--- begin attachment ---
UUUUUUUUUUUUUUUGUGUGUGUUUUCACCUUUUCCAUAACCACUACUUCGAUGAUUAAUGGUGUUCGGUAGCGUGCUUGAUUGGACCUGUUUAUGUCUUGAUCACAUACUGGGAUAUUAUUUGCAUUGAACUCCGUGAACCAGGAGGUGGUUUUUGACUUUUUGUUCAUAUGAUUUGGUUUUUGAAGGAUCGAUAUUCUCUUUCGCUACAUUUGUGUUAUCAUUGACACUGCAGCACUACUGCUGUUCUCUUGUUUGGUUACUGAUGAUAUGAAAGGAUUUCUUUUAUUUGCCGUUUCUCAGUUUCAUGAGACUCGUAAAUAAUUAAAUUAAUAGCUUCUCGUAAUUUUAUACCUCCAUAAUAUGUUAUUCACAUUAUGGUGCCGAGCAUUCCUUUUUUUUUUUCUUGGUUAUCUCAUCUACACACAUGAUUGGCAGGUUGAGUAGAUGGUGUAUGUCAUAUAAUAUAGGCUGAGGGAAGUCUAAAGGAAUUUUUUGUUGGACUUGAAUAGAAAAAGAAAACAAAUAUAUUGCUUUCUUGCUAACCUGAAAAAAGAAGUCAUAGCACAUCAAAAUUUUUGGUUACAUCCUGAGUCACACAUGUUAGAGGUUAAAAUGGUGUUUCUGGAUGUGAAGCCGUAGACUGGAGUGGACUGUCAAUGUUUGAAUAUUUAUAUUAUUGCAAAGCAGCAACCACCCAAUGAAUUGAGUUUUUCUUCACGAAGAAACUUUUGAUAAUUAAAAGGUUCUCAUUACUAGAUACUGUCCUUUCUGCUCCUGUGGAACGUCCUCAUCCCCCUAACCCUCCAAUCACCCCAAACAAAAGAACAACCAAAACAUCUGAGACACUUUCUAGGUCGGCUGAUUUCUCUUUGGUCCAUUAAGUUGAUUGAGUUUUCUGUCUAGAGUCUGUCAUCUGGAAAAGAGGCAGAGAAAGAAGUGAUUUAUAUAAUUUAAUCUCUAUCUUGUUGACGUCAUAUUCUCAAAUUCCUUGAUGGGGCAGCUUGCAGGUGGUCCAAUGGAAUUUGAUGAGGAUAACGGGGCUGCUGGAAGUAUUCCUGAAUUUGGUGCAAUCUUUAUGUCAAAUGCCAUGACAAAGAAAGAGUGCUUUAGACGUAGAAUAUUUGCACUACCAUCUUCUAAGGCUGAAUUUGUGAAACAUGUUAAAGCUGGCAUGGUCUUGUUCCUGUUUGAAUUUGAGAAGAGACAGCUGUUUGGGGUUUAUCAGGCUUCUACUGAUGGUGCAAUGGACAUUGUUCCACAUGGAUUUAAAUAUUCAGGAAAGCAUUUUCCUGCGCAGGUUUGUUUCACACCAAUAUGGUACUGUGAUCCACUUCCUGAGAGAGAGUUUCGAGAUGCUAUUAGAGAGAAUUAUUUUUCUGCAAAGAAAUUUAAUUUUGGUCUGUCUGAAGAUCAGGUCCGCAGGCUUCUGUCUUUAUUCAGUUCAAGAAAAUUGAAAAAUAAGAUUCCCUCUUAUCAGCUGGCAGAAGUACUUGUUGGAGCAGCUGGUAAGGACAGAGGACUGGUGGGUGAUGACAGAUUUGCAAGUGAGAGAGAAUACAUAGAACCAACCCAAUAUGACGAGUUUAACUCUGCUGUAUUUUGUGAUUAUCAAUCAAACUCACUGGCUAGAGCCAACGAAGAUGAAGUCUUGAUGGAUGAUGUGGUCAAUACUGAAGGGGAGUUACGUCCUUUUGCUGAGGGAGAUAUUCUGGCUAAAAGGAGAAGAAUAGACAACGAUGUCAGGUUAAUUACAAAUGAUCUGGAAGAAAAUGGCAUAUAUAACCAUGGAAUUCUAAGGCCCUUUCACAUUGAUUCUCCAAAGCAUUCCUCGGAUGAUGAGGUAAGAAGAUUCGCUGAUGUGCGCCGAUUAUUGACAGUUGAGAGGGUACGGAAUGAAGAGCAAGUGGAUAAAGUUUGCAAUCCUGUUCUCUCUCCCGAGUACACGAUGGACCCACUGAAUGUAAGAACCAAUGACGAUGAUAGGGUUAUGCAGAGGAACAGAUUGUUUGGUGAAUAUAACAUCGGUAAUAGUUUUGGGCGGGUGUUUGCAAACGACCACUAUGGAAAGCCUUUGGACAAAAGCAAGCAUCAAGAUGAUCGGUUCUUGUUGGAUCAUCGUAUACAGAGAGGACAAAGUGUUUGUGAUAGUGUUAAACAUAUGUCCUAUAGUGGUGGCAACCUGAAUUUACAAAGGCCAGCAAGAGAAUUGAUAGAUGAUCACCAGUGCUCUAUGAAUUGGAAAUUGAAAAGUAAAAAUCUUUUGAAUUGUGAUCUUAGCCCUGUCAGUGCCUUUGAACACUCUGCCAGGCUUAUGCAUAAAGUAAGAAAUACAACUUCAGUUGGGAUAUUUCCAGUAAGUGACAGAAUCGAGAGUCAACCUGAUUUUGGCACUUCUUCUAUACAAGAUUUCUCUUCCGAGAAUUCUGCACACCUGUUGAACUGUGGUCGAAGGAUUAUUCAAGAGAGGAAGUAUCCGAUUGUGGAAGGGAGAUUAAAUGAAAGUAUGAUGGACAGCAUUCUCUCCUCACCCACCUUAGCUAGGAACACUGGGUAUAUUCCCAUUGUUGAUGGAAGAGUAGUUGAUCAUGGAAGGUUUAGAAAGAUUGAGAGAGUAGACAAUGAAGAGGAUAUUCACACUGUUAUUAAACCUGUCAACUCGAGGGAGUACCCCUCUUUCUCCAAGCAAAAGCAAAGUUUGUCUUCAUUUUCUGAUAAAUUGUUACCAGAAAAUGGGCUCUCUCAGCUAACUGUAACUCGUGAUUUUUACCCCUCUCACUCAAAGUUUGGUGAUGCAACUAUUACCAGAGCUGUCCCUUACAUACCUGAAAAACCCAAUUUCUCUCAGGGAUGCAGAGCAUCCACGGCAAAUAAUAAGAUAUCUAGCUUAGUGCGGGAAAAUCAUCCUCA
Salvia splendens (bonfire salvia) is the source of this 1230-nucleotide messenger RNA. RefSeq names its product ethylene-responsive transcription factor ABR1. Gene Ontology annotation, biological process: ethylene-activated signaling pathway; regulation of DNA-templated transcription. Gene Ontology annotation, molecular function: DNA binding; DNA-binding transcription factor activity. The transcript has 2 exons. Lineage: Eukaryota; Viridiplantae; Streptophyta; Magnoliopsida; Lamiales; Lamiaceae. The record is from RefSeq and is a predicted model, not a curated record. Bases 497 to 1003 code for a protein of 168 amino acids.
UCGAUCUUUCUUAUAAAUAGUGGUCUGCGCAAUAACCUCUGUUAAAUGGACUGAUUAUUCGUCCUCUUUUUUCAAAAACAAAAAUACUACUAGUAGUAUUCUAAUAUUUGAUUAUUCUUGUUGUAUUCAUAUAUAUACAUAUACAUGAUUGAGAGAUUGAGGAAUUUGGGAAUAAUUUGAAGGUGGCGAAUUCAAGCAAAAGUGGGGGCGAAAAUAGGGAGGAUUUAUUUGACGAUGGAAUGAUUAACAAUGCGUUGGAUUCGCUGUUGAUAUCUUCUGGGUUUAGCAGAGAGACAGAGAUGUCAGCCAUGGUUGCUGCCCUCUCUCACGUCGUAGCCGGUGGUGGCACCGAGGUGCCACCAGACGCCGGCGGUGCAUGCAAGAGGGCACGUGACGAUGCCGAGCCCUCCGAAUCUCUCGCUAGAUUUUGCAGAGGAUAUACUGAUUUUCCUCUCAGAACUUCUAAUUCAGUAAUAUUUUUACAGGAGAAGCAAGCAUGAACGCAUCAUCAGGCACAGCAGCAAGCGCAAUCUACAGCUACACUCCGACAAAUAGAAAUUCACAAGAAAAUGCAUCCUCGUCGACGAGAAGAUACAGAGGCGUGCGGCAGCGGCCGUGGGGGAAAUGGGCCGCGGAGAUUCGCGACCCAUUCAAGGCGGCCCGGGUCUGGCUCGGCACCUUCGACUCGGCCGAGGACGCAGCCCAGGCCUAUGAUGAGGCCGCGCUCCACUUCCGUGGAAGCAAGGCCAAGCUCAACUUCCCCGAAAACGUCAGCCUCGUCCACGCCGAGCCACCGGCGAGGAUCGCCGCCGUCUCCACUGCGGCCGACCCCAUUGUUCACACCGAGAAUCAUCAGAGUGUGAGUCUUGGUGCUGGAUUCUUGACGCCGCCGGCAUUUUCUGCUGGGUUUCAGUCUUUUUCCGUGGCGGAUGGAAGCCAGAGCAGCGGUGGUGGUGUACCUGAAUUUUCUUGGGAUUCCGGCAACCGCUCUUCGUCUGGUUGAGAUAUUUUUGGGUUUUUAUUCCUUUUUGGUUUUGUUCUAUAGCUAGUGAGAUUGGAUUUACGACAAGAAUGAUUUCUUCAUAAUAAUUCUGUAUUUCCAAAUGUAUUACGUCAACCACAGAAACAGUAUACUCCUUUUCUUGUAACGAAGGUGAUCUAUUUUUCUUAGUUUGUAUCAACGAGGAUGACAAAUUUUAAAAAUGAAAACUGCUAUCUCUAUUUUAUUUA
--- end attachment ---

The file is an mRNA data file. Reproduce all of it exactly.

UUUUUUUUUUUUUUUGUGUGUGUUUUCACCUUUUCCAUAACCACUACUUCGAUGAUUAAUGGUGUUCGGUAGCGUGCUUGAUUGGACCUGUUUAUGUCUUGAUCACAUACUGGGAUAUUAUUUGCAUUGAACUCCGUGAACCAGGAGGUGGUUUUUGACUUUUUGUUCAUAUGAUUUGGUUUUUGAAGGAUCGAUAUUCUCUUUCGCUACAUUUGUGUUAUCAUUGACACUGCAGCACUACUGCUGUUCUCUUGUUUGGUUACUGAUGAUAUGAAAGGAUUUCUUUUAUUUGCCGUUUCUCAGUUUCAUGAGACUCGUAAAUAAUUAAAUUAAUAGCUUCUCGUAAUUUUAUACCUCCAUAAUAUGUUAUUCACAUUAUGGUGCCGAGCAUUCCUUUUUUUUUUUCUUGGUUAUCUCAUCUACACACAUGAUUGGCAGGUUGAGUAGAUGGUGUAUGUCAUAUAAUAUAGGCUGAGGGAAGUCUAAAGGAAUUUUUUGUUGGACUUGAAUAGAAAAAGAAAACAAAUAUAUUGCUUUCUUGCUAACCUGAAAAAAGAAGUCAUAGCACAUCAAAAUUUUUGGUUACAUCCUGAGUCACACAUGUUAGAGGUUAAAAUGGUGUUUCUGGAUGUGAAGCCGUAGACUGGAGUGGACUGUCAAUGUUUGAAUAUUUAUAUUAUUGCAAAGCAGCAACCACCCAAUGAAUUGAGUUUUUCUUCACGAAGAAACUUUUGAUAAUUAAAAGGUUCUCAUUACUAGAUACUGUCCUUUCUGCUCCUGUGGAACGUCCUCAUCCCCCUAACCCUCCAAUCACCCCAAACAAAAGAACAACCAAAACAUCUGAGACACUUUCUAGGUCGGCUGAUUUCUCUUUGGUCCAUUAAGUUGAUUGAGUUUUCUGUCUAGAGUCUGUCAUCUGGAAAAGAGGCAGAGAAAGAAGUGAUUUAUAUAAUUUAAUCUCUAUCUUGUUGACGUCAUAUUCUCAAAUUCCUUGAUGGGGCAGCUUGCAGGUGGUCCAAUGGAAUUUGAUGAGGAUAACGGGGCUGCUGGAAGUAUUCCUGAAUUUGGUGCAAUCUUUAUGUCAAAUGCCAUGACAAAGAAAGAGUGCUUUAGACGUAGAAUAUUUGCACUACCAUCUUCUAAGGCUGAAUUUGUGAAACAUGUUAAAGCUGGCAUGGUCUUGUUCCUGUUUGAAUUUGAGAAGAGACAGCUGUUUGGGGUUUAUCAGGCUUCUACUGAUGGUGCAAUGGACAUUGUUCCACAUGGAUUUAAAUAUUCAGGAAAGCAUUUUCCUGCGCAGGUUUGUUUCACACCAAUAUGGUACUGUGAUCCACUUCCUGAGAGAGAGUUUCGAGAUGCUAUUAGAGAGAAUUAUUUUUCUGCAAAGAAAUUUAAUUUUGGUCUGUCUGAAGAUCAGGUCCGCAGGCUUCUGUCUUUAUUCAGUUCAAGAAAAUUGAAAAAUAAGAUUCCCUCUUAUCAGCUGGCAGAAGUACUUGUUGGAGCAGCUGGUAAGGACAGAGGACUGGUGGGUGAUGACAGAUUUGCAAGUGAGAGAGAAUACAUAGAACCAACCCAAUAUGACGAGUUUAACUCUGCUGUAUUUUGUGAUUAUCAAUCAAACUCACUGGCUAGAGCCAACGAAGAUGAAGUCUUGAUGGAUGAUGUGGUCAAUACUGAAGGGGAGUUACGUCCUUUUGCUGAGGGAGAUAUUCUGGCUAAAAGGAGAAGAAUAGACAACGAUGUCAGGUUAAUUACAAAUGAUCUGGAAGAAAAUGGCAUAUAUAACCAUGGAAUUCUAAGGCCCUUUCACAUUGAUUCUCCAAAGCAUUCCUCGGAUGAUGAGGUAAGAAGAUUCGCUGAUGUGCGCCGAUUAUUGACAGUUGAGAGGGUACGGAAUGAAGAGCAAGUGGAUAAAGUUUGCAAUCCUGUUCUCUCUCCCGAGUACACGAUGGACCCACUGAAUGUAAGAACCAAUGACGAUGAUAGGGUUAUGCAGAGGAACAGAUUGUUUGGUGAAUAUAACAUCGGUAAUAGUUUUGGGCGGGUGUUUGCAAACGACCACUAUGGAAAGCCUUUGGACAAAAGCAAGCAUCAAGAUGAUCGGUUCUUGUUGGAUCAUCGUAUACAGAGAGGACAAAGUGUUUGUGAUAGUGUUAAACAUAUGUCCUAUAGUGGUGGCAACCUGAAUUUACAAAGGCCAGCAAGAGAAUUGAUAGAUGAUCACCAGUGCUCUAUGAAUUGGAAAUUGAAAAGUAAAAAUCUUUUGAAUUGUGAUCUUAGCCCUGUCAGUGCCUUUGAACACUCUGCCAGGCUUAUGCAUAAAGUAAGAAAUACAACUUCAGUUGGGAUAUUUCCAGUAAGUGACAGAAUCGAGAGUCAACCUGAUUUUGGCACUUCUUCUAUACAAGAUUUCUCUUCCGAGAAUUCUGCACACCUGUUGAACUGUGGUCGAAGGAUUAUUCAAGAGAGGAAGUAUCCGAUUGUGGAAGGGAGAUUAAAUGAAAGUAUGAUGGACAGCAUUCUCUCCUCACCCACCUUAGCUAGGAACACUGGGUAUAUUCCCAUUGUUGAUGGAAGAGUAGUUGAUCAUGGAAGGUUUAGAAAGAUUGAGAGAGUAGACAAUGAAGAGGAUAUUCACACUGUUAUUAAACCUGUCAACUCGAGGGAGUACCCCUCUUUCUCCAAGCAAAAGCAAAGUUUGUCUUCAUUUUCUGAUAAAUUGUUACCAGAAAAUGGGCUCUCUCAGCUAACUGUAACUCGUGAUUUUUACCCCUCUCACUCAAAGUUUGGUGAUGCAACUAUUACCAGAGCUGUCCCUUACAUACCUGAAAAACCCAAUUUCUCUCAGGGAUGCAGAGCAUCCACGGCAAAUAAUAAGAUAUCUAGCUUAGUGCGGGAAAAUCAUCCUCA
Salvia splendens (bonfire salvia) is the source of this 1230-nucleotide messenger RNA. RefSeq names its product ethylene-responsive transcription factor ABR1. Gene Ontology annotation, biological process: ethylene-activated signaling pathway; regulation of DNA-templated transcription. Gene Ontology annotation, molecular function: DNA binding; DNA-binding transcription factor activity. The transcript has 2 exons. Lineage: Eukaryota; Viridiplantae; Streptophyta; Magnoliopsida; Lamiales; Lamiaceae. The record is from RefSeq and is a predicted model, not a curated record. Bases 497 to 1003 code for a protein of 168 amino acids.
UCGAUCUUUCUUAUAAAUAGUGGUCUGCGCAAUAACCUCUGUUAAAUGGACUGAUUAUUCGUCCUCUUUUUUCAAAAACAAAAAUACUACUAGUAGUAUUCUAAUAUUUGAUUAUUCUUGUUGUAUUCAUAUAUAUACAUAUACAUGAUUGAGAGAUUGAGGAAUUUGGGAAUAAUUUGAAGGUGGCGAAUUCAAGCAAAAGUGGGGGCGAAAAUAGGGAGGAUUUAUUUGACGAUGGAAUGAUUAACAAUGCGUUGGAUUCGCUGUUGAUAUCUUCUGGGUUUAGCAGAGAGACAGAGAUGUCAGCCAUGGUUGCUGCCCUCUCUCACGUCGUAGCCGGUGGUGGCACCGAGGUGCCACCAGACGCCGGCGGUGCAUGCAAGAGGGCACGUGACGAUGCCGAGCCCUCCGAAUCUCUCGCUAGAUUUUGCAGAGGAUAUACUGAUUUUCCUCUCAGAACUUCUAAUUCAGUAAUAUUUUUACAGGAGAAGCAAGCAUGAACGCAUCAUCAGGCACAGCAGCAAGCGCAAUCUACAGCUACACUCCGACAAAUAGAAAUUCACAAGAAAAUGCAUCCUCGUCGACGAGAAGAUACAGAGGCGUGCGGCAGCGGCCGUGGGGGAAAUGGGCCGCGGAGAUUCGCGACCCAUUCAAGGCGGCCCGGGUCUGGCUCGGCACCUUCGACUCGGCCGAGGACGCAGCCCAGGCCUAUGAUGAGGCCGCGCUCCACUUCCGUGGAAGCAAGGCCAAGCUCAACUUCCCCGAAAACGUCAGCCUCGUCCACGCCGAGCCACCGGCGAGGAUCGCCGCCGUCUCCACUGCGGCCGACCCCAUUGUUCACACCGAGAAUCAUCAGAGUGUGAGUCUUGGUGCUGGAUUCUUGACGCCGCCGGCAUUUUCUGCUGGGUUUCAGUCUUUUUCCGUGGCGGAUGGAAGCCAGAGCAGCGGUGGUGGUGUACCUGAAUUUUCUUGGGAUUCCGGCAACCGCUCUUCGUCUGGUUGAGAUAUUUUUGGGUUUUUAUUCCUUUUUGGUUUUGUUCUAUAGCUAGUGAGAUUGGAUUUACGACAAGAAUGAUUUCUUCAUAAUAAUUCUGUAUUUCCAAAUGUAUUACGUCAACCACAGAAACAGUAUACUCCUUUUCUUGUAACGAAGGUGAUCUAUUUUUCUUAGUUUGUAUCAACGAGGAUGACAAAUUUUAAAAAUGAAAACUGCUAUCUCUAUUUUAUUUA